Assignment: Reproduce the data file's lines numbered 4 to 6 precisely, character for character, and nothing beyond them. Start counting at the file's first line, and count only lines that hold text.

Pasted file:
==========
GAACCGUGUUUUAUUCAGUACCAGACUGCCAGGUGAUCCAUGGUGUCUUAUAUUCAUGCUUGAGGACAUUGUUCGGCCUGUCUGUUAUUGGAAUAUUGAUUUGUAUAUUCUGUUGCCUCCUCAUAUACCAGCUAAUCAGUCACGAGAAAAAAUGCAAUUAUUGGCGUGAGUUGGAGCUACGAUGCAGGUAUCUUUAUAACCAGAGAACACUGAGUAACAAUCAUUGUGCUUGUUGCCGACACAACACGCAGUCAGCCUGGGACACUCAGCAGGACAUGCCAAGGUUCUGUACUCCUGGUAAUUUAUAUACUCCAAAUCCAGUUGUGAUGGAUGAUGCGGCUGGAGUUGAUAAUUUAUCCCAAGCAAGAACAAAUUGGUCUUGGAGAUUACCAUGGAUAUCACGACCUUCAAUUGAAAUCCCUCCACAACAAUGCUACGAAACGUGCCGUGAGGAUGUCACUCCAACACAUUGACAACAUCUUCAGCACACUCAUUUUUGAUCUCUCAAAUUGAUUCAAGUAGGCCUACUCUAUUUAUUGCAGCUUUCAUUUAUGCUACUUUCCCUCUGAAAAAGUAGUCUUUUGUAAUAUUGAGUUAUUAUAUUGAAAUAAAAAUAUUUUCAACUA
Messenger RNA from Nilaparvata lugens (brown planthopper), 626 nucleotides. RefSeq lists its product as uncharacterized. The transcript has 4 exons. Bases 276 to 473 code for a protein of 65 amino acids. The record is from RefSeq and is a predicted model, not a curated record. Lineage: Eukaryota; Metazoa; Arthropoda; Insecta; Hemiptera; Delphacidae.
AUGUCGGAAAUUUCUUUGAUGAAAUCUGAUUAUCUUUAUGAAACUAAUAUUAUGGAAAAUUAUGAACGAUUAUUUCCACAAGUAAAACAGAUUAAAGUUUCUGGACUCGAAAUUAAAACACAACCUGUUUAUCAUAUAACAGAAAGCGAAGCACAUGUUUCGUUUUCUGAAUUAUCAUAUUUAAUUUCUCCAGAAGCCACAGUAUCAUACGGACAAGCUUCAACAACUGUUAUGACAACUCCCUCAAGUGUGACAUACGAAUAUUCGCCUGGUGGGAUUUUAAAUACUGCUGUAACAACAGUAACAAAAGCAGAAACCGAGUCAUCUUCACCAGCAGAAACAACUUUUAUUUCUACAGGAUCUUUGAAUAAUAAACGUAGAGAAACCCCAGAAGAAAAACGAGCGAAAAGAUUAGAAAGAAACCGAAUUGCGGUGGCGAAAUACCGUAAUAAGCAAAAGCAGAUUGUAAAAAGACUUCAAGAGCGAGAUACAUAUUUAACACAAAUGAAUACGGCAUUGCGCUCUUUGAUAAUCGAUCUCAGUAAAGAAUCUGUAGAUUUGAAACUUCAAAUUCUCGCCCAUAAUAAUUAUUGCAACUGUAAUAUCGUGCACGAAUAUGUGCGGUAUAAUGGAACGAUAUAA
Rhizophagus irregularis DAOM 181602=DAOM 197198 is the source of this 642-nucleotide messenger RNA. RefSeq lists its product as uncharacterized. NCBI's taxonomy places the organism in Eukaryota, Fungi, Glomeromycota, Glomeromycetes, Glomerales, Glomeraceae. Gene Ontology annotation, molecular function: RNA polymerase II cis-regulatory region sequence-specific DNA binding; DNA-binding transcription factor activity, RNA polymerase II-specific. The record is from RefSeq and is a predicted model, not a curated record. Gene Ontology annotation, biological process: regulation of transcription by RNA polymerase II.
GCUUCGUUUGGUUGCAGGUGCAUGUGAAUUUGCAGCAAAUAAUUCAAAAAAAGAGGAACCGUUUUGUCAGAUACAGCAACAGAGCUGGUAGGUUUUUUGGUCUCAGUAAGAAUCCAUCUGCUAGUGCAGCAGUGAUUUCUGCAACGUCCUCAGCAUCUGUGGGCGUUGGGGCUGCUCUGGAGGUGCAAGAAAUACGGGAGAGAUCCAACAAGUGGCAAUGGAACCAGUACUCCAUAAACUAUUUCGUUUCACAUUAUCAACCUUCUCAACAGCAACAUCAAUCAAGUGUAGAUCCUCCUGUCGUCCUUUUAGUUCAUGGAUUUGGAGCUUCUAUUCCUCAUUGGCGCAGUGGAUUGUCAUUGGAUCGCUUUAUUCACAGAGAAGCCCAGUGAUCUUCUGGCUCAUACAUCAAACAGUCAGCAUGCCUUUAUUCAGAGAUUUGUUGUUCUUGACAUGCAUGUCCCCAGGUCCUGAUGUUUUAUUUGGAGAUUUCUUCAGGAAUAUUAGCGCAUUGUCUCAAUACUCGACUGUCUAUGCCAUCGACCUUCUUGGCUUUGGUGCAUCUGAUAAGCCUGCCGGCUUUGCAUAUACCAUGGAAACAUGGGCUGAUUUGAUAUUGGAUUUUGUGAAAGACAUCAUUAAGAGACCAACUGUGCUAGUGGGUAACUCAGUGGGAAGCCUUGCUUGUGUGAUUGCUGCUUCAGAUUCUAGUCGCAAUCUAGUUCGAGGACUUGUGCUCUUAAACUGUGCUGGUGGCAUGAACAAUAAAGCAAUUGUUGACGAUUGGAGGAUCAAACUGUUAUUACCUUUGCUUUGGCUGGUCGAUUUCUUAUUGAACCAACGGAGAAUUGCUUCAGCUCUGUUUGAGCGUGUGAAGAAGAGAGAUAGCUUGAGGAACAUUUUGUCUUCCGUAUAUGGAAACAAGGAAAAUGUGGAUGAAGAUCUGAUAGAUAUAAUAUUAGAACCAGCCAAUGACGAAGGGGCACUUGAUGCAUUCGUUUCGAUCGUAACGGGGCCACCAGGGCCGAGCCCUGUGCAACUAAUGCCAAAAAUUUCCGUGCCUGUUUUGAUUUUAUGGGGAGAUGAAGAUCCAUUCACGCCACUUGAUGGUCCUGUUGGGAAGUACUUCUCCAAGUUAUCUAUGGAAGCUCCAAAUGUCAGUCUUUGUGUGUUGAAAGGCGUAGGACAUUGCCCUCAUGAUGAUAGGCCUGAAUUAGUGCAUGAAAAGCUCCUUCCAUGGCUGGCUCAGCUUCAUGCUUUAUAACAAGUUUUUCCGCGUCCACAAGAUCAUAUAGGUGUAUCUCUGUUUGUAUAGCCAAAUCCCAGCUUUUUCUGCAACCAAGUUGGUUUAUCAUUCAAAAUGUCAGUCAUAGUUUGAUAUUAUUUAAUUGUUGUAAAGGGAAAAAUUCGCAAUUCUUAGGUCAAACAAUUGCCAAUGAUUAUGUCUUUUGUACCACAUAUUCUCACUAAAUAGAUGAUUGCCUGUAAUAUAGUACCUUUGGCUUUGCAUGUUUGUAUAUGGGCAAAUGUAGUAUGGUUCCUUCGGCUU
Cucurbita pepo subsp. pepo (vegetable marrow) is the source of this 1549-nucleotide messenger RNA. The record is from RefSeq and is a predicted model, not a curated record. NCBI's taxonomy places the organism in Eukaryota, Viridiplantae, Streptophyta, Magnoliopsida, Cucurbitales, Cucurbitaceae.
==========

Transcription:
Rhizophagus irregularis DAOM 181602=DAOM 197198 is the source of this 642-nucleotide messenger RNA. RefSeq lists its product as uncharacterized. NCBI's taxonomy places the organism in Eukaryota, Fungi, Glomeromycota, Glomeromycetes, Glomerales, Glomeraceae. Gene Ontology annotation, molecular function: RNA polymerase II cis-regulatory region sequence-specific DNA binding; DNA-binding transcription factor activity, RNA polymerase II-specific. The record is from RefSeq and is a predicted model, not a curated record. Gene Ontology annotation, biological process: regulation of transcription by RNA polymerase II.
GCUUCGUUUGGUUGCAGGUGCAUGUGAAUUUGCAGCAAAUAAUUCAAAAAAAGAGGAACCGUUUUGUCAGAUACAGCAACAGAGCUGGUAGGUUUUUUGGUCUCAGUAAGAAUCCAUCUGCUAGUGCAGCAGUGAUUUCUGCAACGUCCUCAGCAUCUGUGGGCGUUGGGGCUGCUCUGGAGGUGCAAGAAAUACGGGAGAGAUCCAACAAGUGGCAAUGGAACCAGUACUCCAUAAACUAUUUCGUUUCACAUUAUCAACCUUCUCAACAGCAACAUCAAUCAAGUGUAGAUCCUCCUGUCGUCCUUUUAGUUCAUGGAUUUGGAGCUUCUAUUCCUCAUUGGCGCAGUGGAUUGUCAUUGGAUCGCUUUAUUCACAGAGAAGCCCAGUGAUCUUCUGGCUCAUACAUCAAACAGUCAGCAUGCCUUUAUUCAGAGAUUUGUUGUUCUUGACAUGCAUGUCCCCAGGUCCUGAUGUUUUAUUUGGAGAUUUCUUCAGGAAUAUUAGCGCAUUGUCUCAAUACUCGACUGUCUAUGCCAUCGACCUUCUUGGCUUUGGUGCAUCUGAUAAGCCUGCCGGCUUUGCAUAUACCAUGGAAACAUGGGCUGAUUUGAUAUUGGAUUUUGUGAAAGACAUCAUUAAGAGACCAACUGUGCUAGUGGGUAACUCAGUGGGAAGCCUUGCUUGUGUGAUUGCUGCUUCAGAUUCUAGUCGCAAUCUAGUUCGAGGACUUGUGCUCUUAAACUGUGCUGGUGGCAUGAACAAUAAAGCAAUUGUUGACGAUUGGAGGAUCAAACUGUUAUUACCUUUGCUUUGGCUGGUCGAUUUCUUAUUGAACCAACGGAGAAUUGCUUCAGCUCUGUUUGAGCGUGUGAAGAAGAGAGAUAGCUUGAGGAACAUUUUGUCUUCCGUAUAUGGAAACAAGGAAAAUGUGGAUGAAGAUCUGAUAGAUAUAAUAUUAGAACCAGCCAAUGACGAAGGGGCACUUGAUGCAUUCGUUUCGAUCGUAACGGGGCCACCAGGGCCGAGCCCUGUGCAACUAAUGCCAAAAAUUUCCGUGCCUGUUUUGAUUUUAUGGGGAGAUGAAGAUCCAUUCACGCCACUUGAUGGUCCUGUUGGGAAGUACUUCUCCAAGUUAUCUAUGGAAGCUCCAAAUGUCAGUCUUUGUGUGUUGAAAGGCGUAGGACAUUGCCCUCAUGAUGAUAGGCCUGAAUUAGUGCAUGAAAAGCUCCUUCCAUGGCUGGCUCAGCUUCAUGCUUUAUAACAAGUUUUUCCGCGUCCACAAGAUCAUAUAGGUGUAUCUCUGUUUGUAUAGCCAAAUCCCAGCUUUUUCUGCAACCAAGUUGGUUUAUCAUUCAAAAUGUCAGUCAUAGUUUGAUAUUAUUUAAUUGUUGUAAAGGGAAAAAUUCGCAAUUCUUAGGUCAAACAAUUGCCAAUGAUUAUGUCUUUUGUACCACAUAUUCUCACUAAAUAGAUGAUUGCCUGUAAUAUAGUACCUUUGGCUUUGCAUGUUUGUAUAUGGGCAAAUGUAGUAUGGUUCCUUCGGCUU
Cucurbita pepo subsp. pepo (vegetable marrow) is the source of this 1549-nucleotide messenger RNA. The record is from RefSeq and is a predicted model, not a curated record. NCBI's taxonomy places the organism in Eukaryota, Viridiplantae, Streptophyta, Magnoliopsida, Cucurbitales, Cucurbitaceae.